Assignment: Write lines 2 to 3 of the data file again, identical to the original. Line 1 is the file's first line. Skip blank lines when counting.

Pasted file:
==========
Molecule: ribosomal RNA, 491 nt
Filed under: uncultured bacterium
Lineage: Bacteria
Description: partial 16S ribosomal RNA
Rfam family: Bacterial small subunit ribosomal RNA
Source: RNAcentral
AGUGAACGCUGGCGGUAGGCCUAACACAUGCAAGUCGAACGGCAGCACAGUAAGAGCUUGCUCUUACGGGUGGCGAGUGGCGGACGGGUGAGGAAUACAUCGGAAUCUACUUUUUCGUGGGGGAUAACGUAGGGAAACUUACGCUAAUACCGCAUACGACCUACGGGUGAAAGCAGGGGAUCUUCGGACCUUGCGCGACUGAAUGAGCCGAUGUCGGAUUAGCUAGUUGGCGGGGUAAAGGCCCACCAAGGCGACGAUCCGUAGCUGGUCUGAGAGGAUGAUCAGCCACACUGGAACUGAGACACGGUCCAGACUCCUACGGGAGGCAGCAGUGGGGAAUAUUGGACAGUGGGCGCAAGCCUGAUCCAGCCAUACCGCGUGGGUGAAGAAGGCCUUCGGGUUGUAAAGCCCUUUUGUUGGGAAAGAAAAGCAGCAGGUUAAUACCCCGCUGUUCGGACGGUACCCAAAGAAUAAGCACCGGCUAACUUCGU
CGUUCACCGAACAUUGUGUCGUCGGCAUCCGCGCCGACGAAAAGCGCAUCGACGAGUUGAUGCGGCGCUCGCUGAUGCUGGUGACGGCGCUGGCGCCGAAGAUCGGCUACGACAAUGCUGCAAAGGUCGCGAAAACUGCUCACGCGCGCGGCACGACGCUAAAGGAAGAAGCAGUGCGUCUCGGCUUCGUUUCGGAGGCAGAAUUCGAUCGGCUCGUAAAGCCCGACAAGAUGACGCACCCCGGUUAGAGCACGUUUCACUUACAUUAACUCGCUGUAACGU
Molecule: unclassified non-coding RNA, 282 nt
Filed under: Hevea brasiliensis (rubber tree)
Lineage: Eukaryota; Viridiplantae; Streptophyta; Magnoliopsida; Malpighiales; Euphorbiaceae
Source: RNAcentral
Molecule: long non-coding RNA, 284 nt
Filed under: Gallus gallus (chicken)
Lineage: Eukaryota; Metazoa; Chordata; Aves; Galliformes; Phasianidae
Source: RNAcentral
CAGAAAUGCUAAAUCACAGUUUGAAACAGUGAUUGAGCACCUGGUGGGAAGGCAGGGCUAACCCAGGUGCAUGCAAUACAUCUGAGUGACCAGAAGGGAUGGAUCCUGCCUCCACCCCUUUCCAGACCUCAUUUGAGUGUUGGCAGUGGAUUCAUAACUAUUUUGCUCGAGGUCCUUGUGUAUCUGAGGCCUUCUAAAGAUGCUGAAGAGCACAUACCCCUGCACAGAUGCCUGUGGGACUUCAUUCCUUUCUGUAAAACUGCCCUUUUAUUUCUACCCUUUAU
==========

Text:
Filed under: uncultured bacterium
Lineage: Bacteria